Looking on the server side, one could cite the Samba project and its success at keeping pace with Microsoft’s SMB APIs as an example of how the open source community can succeed at this game.

Changing the Rules

But Kuznetsky says Linux cannot win at Microsoft’s own game. “This is a rather large problem to overcome,” he observes, “and the only way the Linux community can overcome it is to change the rules of the game.”

And the rules of the game are changing, even without Linux. Sales of PC desktops have slowed dramatically in the last few years, their growth transferred to new types of devices — PDAs, game consoles, even cell phones — many of which already run Linux.

In fact, the emerging networked device markets are particularly well suited to Linux, which has been widely ported and whose GPL software license encourages experimentation and new applications. The popular Tivo home recording system, for example, was built on Linux.

Microsoft is also changing the rules of its own game. Last year, it introduced its revised Licensing 6 software licensing scheme. Microsoft billed the plan as a way of consolidating its sometimes confusing licensing schemes and as a way to let clients defer the cost of software over a number of years. But there was a catch: its cost. If you wanted to take advantage of Microsoft’s steep volume discounts, you had to adopt Licensing 6. However, Licensing 6′s Software Assurance pricing is structured in such a way that customers are locked into paying just under one third the price of the software every year — so companies that typically upgrade their software every four years or more actually end up facing a significant price increase.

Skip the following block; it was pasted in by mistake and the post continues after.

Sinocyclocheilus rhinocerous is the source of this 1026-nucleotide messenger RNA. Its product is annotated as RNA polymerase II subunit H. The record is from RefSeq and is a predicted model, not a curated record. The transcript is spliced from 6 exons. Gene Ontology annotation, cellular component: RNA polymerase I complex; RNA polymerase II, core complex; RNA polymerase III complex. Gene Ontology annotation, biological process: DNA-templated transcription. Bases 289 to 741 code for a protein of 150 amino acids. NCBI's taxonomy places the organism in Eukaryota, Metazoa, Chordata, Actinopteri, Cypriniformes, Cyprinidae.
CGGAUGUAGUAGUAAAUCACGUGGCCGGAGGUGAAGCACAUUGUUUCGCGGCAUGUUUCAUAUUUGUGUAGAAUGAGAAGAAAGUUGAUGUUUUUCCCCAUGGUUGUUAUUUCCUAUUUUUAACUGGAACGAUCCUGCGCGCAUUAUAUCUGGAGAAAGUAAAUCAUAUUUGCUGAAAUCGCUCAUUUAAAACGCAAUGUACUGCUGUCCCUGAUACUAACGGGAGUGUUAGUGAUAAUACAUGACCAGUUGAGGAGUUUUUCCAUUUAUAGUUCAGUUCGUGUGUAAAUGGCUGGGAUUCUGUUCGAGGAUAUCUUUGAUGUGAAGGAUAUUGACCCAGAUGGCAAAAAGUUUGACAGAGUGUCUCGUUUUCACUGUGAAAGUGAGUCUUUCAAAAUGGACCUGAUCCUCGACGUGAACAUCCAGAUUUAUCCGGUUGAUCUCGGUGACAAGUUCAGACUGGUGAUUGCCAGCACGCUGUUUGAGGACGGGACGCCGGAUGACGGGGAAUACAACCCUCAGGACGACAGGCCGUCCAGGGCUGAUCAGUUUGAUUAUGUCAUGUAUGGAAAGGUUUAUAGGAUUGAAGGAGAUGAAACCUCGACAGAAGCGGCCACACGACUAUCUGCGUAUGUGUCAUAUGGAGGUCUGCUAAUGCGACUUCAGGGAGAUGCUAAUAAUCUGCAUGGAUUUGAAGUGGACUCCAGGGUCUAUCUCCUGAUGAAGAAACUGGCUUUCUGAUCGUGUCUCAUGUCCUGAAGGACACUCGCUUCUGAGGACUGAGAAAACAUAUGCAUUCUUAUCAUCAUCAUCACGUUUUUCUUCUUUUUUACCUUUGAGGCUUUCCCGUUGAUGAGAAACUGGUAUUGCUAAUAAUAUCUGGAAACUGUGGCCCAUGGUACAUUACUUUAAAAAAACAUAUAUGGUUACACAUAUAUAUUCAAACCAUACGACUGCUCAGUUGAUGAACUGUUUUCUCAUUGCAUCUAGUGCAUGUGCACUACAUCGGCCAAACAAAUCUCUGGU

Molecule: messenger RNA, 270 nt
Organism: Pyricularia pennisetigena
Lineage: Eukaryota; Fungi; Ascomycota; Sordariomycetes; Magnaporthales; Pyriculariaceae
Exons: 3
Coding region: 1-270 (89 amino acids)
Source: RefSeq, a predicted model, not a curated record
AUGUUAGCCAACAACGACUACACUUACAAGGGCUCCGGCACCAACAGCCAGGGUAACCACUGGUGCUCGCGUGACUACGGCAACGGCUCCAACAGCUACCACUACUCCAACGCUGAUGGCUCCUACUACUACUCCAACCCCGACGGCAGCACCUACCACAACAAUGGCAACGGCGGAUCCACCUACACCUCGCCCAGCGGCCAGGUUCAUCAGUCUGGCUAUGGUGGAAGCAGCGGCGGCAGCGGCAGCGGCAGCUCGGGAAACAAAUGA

Licensing 6 was a major change for Christian Blessing, the technology coordinator at the Bisbee Unified School District in Bisbee, Arizona. “Licensing 6 has effectively ended the attractive volume pricing on Microsoft products,” he says. “We cannot afford to upgrade to each and every iteration.” As a result, Bisbee is deploying Linux and StarOffice in what Blessing calls a “deliberate and selective” integration plan.

For example, using software from the K-12 Linux project, he is re-using old PC hardware to set up a 16-computer, Linux-based humanities lab at one school, and also has eight stand-alone Linux desktops being used for “word processing and Internet-based research” at another. “I think Licensing 6 made a lot of Microsoft customers realize that they had a lot of eggs in one basket,” says Alvin Park, a research director with Gartner Group. “They realized that they were too dependent on Microsoft across the board for almost all the software that they used, and they realized that that was not a good position to be in for the future.” July 1, 2004 will be a particularly interesting day for Linux, Park says, as that’s when the last of Microsoft’s pre-Licensing 6 software agreements run out.

For schools and local government — with their tight IT budgets — Licensing 6 may just be the nudge they need to cut their ties to Microsoft. But the private sector is showing some interest as well. “I expect startups with limited funds will also start turning to Linux,” says Andrew Grygus, the owner of Automation Access, a small business system integrator based in La Crescenta, California. “Traditionally, they just stole a lot of Microsoft software, but that’s becoming both difficult and dangerous.”

A Clash of Cultures?

Ease of use and third party software remain major concerns. Christian Blessing says that the lack of education software has kept Linux out of his elementary school, and as for ease of use, he says, “When it takes me, a fairly competent user, two days at the command line trying to get a scanner working, one can imagine the difficulty in selling Linux to students, teachers and administrators.”

Many of the desktop ISV problems are familiar ones: ISVs are overwhelmed by the wide variety of Linux distributions and window managers and underwhelmed by Linux’s desktop marketshare, and groups like UnitedLinux and the Linux Standards Base have yet to fully address the standardization of the desktop.